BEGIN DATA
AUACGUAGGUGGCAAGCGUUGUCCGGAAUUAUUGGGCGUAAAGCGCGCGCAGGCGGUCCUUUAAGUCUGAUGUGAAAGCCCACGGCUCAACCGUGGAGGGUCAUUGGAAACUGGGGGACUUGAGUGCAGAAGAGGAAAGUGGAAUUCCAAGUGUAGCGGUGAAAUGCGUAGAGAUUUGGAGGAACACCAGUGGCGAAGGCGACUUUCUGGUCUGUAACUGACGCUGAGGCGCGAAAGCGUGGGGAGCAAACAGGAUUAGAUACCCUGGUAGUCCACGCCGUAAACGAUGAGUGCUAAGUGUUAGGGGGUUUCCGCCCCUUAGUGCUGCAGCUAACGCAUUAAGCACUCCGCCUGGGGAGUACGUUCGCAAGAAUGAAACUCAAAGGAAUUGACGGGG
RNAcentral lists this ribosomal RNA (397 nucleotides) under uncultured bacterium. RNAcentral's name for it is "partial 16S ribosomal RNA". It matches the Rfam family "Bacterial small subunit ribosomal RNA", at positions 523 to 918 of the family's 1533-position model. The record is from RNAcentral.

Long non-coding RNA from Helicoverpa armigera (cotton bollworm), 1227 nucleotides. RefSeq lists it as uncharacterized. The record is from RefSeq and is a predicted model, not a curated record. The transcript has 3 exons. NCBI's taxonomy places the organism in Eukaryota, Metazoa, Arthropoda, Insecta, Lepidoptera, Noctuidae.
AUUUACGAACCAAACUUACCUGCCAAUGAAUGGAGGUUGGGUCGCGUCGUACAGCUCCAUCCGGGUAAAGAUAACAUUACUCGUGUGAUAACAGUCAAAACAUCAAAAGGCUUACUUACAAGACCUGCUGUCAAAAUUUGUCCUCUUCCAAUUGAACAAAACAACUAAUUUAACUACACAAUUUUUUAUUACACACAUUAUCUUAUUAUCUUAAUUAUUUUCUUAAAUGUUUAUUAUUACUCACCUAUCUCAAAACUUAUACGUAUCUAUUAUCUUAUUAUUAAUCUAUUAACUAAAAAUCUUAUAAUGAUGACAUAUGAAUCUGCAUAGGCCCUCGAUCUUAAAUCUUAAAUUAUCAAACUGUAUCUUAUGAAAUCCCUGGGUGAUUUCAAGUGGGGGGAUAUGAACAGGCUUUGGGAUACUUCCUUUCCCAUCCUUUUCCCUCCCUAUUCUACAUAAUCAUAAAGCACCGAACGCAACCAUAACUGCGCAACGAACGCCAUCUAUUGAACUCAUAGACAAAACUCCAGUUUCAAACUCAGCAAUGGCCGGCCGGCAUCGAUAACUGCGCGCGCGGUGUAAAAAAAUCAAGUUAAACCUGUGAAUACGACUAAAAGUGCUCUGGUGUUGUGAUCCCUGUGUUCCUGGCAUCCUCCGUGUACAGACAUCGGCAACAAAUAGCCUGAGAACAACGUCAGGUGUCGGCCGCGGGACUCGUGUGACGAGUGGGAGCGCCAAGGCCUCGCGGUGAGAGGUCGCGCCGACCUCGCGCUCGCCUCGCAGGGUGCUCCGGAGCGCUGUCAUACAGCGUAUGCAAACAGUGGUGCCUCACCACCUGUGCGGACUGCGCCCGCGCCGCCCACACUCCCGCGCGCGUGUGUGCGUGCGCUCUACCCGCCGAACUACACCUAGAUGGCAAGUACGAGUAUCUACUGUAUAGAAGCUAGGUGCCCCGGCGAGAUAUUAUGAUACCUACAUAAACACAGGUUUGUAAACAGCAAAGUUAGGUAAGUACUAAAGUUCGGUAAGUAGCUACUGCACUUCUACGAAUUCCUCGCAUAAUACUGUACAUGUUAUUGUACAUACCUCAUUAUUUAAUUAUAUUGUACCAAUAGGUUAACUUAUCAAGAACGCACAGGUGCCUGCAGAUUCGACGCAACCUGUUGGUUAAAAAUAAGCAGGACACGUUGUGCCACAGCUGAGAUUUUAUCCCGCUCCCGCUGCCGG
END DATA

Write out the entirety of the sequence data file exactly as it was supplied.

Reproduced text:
AUACGUAGGUGGCAAGCGUUGUCCGGAAUUAUUGGGCGUAAAGCGCGCGCAGGCGGUCCUUUAAGUCUGAUGUGAAAGCCCACGGCUCAACCGUGGAGGGUCAUUGGAAACUGGGGGACUUGAGUGCAGAAGAGGAAAGUGGAAUUCCAAGUGUAGCGGUGAAAUGCGUAGAGAUUUGGAGGAACACCAGUGGCGAAGGCGACUUUCUGGUCUGUAACUGACGCUGAGGCGCGAAAGCGUGGGGAGCAAACAGGAUUAGAUACCCUGGUAGUCCACGCCGUAAACGAUGAGUGCUAAGUGUUAGGGGGUUUCCGCCCCUUAGUGCUGCAGCUAACGCAUUAAGCACUCCGCCUGGGGAGUACGUUCGCAAGAAUGAAACUCAAAGGAAUUGACGGGG
RNAcentral lists this ribosomal RNA (397 nucleotides) under uncultured bacterium. RNAcentral's name for it is "partial 16S ribosomal RNA". It matches the Rfam family "Bacterial small subunit ribosomal RNA", at positions 523 to 918 of the family's 1533-position model. The record is from RNAcentral.

Long non-coding RNA from Helicoverpa armigera (cotton bollworm), 1227 nucleotides. RefSeq lists it as uncharacterized. The record is from RefSeq and is a predicted model, not a curated record. The transcript has 3 exons. NCBI's taxonomy places the organism in Eukaryota, Metazoa, Arthropoda, Insecta, Lepidoptera, Noctuidae.
AUUUACGAACCAAACUUACCUGCCAAUGAAUGGAGGUUGGGUCGCGUCGUACAGCUCCAUCCGGGUAAAGAUAACAUUACUCGUGUGAUAACAGUCAAAACAUCAAAAGGCUUACUUACAAGACCUGCUGUCAAAAUUUGUCCUCUUCCAAUUGAACAAAACAACUAAUUUAACUACACAAUUUUUUAUUACACACAUUAUCUUAUUAUCUUAAUUAUUUUCUUAAAUGUUUAUUAUUACUCACCUAUCUCAAAACUUAUACGUAUCUAUUAUCUUAUUAUUAAUCUAUUAACUAAAAAUCUUAUAAUGAUGACAUAUGAAUCUGCAUAGGCCCUCGAUCUUAAAUCUUAAAUUAUCAAACUGUAUCUUAUGAAAUCCCUGGGUGAUUUCAAGUGGGGGGAUAUGAACAGGCUUUGGGAUACUUCCUUUCCCAUCCUUUUCCCUCCCUAUUCUACAUAAUCAUAAAGCACCGAACGCAACCAUAACUGCGCAACGAACGCCAUCUAUUGAACUCAUAGACAAAACUCCAGUUUCAAACUCAGCAAUGGCCGGCCGGCAUCGAUAACUGCGCGCGCGGUGUAAAAAAAUCAAGUUAAACCUGUGAAUACGACUAAAAGUGCUCUGGUGUUGUGAUCCCUGUGUUCCUGGCAUCCUCCGUGUACAGACAUCGGCAACAAAUAGCCUGAGAACAACGUCAGGUGUCGGCCGCGGGACUCGUGUGACGAGUGGGAGCGCCAAGGCCUCGCGGUGAGAGGUCGCGCCGACCUCGCGCUCGCCUCGCAGGGUGCUCCGGAGCGCUGUCAUACAGCGUAUGCAAACAGUGGUGCCUCACCACCUGUGCGGACUGCGCCCGCGCCGCCCACACUCCCGCGCGCGUGUGUGCGUGCGCUCUACCCGCCGAACUACACCUAGAUGGCAAGUACGAGUAUCUACUGUAUAGAAGCUAGGUGCCCCGGCGAGAUAUUAUGAUACCUACAUAAACACAGGUUUGUAAACAGCAAAGUUAGGUAAGUACUAAAGUUCGGUAAGUAGCUACUGCACUUCUACGAAUUCCUCGCAUAAUACUGUACAUGUUAUUGUACAUACCUCAUUAUUUAAUUAUAUUGUACCAAUAGGUUAACUUAUCAAGAACGCACAGGUGCCUGCAGAUUCGACGCAACCUGUUGGUUAAAAAUAAGCAGGACACGUUGUGCCACAGCUGAGAUUUUAUCCCGCUCCCGCUGCCGG